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Good Bunny, Bad Bunny: How To Handle A Bunny 101

Updated on October 25, 2008

Rabbits are prey animals. This means that once they reach maturity, if they have not been well socialized, they will not much enjoy being held and picked up. Even rabbits who were content to be cuddled as babies may sometimes start to struggle as they mature.

To a rabbit, being picked up and held represents a threat to its very survival, which is why they will often struggle and grunt and fight for all they are worth. If your rabbit reacts like a hysterical 1950s movie heroine when you try to handle it, you need to go back to basics, which means putting your bunny down, and building a relationship literally from the ground up.

Being able to handle your rabbit is vital not just for your enjoyment of your pet, but for the health of your bunny. Rabbits require regular grooming, which of course requires handling, and they will also need to be able to be caught in order to be taken to the vet if they become sick, or for check ups. A rabbit which is not handled regularly can become overly stressed when it is handled, which is not good for its health. It is also a quirk of a bunny's anatomy that it can actually break its back by kicking out too viciously in certain positions, so knowing how to handle your rabbit properly isn't just about your comfort, its also about the rabbit's safety.

Friendship By Degrees

To start off with, leave the rabbit alone, and simply lay on the ground. Curiosity is as strong in rabbits as it is in cats, and sooner or later, the rabbit will hop over and sniff you. Once you are at the point where the rabbit is comfortable being in your presence, you can start to use your secret bunny bonding weapon, the sweet spot.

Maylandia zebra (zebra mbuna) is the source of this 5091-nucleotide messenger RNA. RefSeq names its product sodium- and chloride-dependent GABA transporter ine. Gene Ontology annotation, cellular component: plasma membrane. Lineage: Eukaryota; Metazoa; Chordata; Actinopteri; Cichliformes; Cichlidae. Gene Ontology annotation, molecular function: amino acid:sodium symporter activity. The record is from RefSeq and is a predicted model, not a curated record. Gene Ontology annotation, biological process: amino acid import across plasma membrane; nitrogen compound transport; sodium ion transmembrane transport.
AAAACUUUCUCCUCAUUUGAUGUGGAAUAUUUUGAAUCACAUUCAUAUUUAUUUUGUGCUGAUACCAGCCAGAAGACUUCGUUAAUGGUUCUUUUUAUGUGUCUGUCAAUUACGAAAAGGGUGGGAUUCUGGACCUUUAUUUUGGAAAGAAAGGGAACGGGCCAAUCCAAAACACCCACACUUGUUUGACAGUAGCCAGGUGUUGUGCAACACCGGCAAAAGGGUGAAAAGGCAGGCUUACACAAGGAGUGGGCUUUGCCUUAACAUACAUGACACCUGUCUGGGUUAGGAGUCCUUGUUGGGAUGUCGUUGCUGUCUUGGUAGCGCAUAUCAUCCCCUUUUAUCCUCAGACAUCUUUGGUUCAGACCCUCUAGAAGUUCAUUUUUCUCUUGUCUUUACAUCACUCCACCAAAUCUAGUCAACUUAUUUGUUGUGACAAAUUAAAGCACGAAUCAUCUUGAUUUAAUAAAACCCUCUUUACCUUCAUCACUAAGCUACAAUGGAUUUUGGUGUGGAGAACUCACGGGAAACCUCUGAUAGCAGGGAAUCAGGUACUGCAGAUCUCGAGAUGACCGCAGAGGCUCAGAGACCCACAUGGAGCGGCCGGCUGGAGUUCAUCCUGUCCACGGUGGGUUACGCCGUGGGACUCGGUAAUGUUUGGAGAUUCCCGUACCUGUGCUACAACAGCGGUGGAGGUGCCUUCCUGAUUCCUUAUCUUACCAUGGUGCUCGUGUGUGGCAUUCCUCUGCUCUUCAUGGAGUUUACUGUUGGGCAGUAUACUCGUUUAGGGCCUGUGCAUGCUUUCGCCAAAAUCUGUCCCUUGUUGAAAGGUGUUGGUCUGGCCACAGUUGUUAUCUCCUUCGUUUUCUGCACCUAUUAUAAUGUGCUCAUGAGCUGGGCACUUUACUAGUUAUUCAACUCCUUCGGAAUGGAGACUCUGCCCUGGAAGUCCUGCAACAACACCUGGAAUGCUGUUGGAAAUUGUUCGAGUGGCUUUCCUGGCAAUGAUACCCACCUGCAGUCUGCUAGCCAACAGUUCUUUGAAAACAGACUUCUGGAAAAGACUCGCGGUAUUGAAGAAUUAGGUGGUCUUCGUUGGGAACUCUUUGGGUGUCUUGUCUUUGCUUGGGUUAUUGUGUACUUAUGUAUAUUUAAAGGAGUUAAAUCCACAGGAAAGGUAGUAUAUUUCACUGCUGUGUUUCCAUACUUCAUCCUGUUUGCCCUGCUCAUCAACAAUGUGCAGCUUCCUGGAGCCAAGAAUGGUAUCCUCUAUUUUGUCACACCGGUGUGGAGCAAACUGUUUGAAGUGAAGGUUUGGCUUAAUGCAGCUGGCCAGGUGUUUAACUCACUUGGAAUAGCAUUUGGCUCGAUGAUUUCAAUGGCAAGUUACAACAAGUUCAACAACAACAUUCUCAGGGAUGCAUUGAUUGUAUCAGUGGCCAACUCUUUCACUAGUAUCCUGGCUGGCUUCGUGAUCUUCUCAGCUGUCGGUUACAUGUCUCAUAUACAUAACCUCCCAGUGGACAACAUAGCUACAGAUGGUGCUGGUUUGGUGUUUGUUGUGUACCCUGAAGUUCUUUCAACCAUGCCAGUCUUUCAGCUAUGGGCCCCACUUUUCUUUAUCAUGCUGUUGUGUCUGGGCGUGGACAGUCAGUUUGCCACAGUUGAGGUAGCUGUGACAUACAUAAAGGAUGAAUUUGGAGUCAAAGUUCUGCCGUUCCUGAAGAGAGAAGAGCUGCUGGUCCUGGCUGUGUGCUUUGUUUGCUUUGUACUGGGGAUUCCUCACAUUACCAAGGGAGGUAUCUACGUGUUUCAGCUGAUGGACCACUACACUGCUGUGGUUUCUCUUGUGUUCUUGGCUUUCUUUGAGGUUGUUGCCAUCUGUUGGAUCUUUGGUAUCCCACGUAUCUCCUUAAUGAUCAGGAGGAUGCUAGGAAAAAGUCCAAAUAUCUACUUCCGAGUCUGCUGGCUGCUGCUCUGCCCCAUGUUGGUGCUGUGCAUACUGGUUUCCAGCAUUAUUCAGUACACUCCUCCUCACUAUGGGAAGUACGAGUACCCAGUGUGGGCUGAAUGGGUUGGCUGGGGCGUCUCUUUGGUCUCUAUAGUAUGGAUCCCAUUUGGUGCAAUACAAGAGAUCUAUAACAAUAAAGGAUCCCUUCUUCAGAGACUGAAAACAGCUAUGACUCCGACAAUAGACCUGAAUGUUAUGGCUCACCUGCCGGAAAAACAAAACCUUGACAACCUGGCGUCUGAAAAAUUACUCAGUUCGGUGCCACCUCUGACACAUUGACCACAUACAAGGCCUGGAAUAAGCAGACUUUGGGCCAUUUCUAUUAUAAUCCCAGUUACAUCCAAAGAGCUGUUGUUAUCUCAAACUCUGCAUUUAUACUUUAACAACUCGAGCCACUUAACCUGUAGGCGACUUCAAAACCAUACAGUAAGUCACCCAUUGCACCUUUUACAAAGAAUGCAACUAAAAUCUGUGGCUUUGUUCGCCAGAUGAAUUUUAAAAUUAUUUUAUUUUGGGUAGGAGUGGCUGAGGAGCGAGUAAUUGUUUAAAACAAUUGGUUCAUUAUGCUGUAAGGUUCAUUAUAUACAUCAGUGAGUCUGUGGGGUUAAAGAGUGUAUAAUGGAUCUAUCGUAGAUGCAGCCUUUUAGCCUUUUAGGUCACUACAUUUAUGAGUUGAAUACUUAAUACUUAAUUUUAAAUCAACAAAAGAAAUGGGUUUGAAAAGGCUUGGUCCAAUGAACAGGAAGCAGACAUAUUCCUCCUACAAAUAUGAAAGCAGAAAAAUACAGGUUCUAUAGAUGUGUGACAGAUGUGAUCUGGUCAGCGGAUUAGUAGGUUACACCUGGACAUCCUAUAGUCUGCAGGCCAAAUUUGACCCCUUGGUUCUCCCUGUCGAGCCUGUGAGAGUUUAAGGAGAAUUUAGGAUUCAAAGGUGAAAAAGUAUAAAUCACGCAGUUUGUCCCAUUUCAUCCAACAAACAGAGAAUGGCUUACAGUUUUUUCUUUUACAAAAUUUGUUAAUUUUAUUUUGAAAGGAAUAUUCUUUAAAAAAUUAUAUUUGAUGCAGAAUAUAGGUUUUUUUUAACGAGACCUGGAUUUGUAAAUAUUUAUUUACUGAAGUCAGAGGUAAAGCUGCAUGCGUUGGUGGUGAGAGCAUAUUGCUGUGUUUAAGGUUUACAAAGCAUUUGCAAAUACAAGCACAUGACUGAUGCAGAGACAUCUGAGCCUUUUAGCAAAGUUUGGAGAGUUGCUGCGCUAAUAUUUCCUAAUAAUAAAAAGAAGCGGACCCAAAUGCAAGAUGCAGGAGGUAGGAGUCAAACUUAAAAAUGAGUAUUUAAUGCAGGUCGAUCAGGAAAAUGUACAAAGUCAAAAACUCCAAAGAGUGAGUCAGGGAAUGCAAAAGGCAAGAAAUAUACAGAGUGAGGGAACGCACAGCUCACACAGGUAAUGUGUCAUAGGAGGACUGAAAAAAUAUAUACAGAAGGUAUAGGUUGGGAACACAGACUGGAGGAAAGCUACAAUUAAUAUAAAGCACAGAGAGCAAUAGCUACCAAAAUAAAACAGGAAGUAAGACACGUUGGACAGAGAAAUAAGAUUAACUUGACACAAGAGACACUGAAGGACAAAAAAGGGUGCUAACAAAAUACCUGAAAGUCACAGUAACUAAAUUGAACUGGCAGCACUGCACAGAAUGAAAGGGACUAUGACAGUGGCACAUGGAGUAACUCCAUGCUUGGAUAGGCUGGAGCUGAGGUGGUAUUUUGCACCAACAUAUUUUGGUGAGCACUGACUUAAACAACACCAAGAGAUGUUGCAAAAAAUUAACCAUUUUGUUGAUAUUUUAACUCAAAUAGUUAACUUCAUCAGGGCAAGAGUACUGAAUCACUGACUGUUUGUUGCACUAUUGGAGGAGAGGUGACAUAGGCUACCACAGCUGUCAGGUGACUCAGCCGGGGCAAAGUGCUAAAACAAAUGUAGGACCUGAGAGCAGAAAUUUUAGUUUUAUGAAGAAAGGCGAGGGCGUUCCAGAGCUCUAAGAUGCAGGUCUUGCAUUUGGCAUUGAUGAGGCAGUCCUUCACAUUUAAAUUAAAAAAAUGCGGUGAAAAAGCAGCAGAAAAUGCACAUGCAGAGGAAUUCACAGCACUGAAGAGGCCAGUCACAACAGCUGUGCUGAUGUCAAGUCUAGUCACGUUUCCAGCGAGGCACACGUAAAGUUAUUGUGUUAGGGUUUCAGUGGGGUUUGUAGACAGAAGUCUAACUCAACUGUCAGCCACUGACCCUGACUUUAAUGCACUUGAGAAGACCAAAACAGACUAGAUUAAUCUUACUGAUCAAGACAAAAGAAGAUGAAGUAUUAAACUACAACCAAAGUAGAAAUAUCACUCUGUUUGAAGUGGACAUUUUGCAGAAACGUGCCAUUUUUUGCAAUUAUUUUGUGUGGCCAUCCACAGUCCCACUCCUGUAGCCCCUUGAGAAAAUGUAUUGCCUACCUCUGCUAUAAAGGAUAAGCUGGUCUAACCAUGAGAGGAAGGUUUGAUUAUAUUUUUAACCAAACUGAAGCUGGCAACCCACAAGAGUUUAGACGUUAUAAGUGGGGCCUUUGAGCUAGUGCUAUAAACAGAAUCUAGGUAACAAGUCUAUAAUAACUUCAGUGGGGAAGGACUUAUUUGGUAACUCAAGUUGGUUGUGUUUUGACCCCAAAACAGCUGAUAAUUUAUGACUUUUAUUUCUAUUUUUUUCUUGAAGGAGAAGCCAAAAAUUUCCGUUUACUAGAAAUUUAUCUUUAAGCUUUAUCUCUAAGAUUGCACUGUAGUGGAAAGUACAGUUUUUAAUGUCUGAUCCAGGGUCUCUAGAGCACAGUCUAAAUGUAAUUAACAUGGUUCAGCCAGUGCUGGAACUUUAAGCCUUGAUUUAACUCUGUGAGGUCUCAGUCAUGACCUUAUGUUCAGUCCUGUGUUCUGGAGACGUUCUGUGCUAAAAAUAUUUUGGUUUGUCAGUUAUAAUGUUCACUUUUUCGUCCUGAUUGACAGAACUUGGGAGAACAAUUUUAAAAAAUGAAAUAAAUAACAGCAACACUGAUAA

The Sweet Spot

Most bunnies are absolute suckers for gentle head rubs which are delivered above the nose, stroking up towards the ears. Even Wicket, who spends her days plotting against me and still occasionally bites for the sheer effrontery of having gently removed a tangle from her fur, will quite often amble over and demand a head rub from her faithful though dull subject, yours truly.

This sweet spot can be your secret weapon in taming an angry, aggressive, or unsocialized bunny, or at least building a relationship with it to the point where it only attacks you every other day.

Sit quietly with your rabbit, and when it approaches you, gently extend your hand and rub the sweet spot. More often than not, the rabbit will settle down into a crouching position, eyes slightly closed as it enjoys your ministrations.

The Devil Spot

On the other hand, if you want to provoke a rabbit attack, touch its hindquarters. Actions are like language to a rabbit, and touching a bunny's bum amounts to fighting words! It will sometimes be necessary for you to examine this area however, so you will need to acclimate the bunny to being touched there. Gentle but firm handling on a regular basis will gradually desensitize your rabbit to being touched in this area, but many rabbits never fully accept it.

Holding and Picking Up

Petting and stroking are the beginning stages to accustoming your rabbit to being handled. Once your rabbit is happy to be petted on the floor, you can try sitting on the floor and lifting the bunny gently into your lap. Odds are the rabbit will immediately leap off your lap as if it were made of lava, but that is to be expected. You can keep repeating the exercise, gently holding your rabbit there for a few seconds, then a minute, then a few minutes whilst petting it the way it likes to be petted, or if bunny is a greedy guts, you can lure him or her onto your lap with a little piece of carrot, or apple.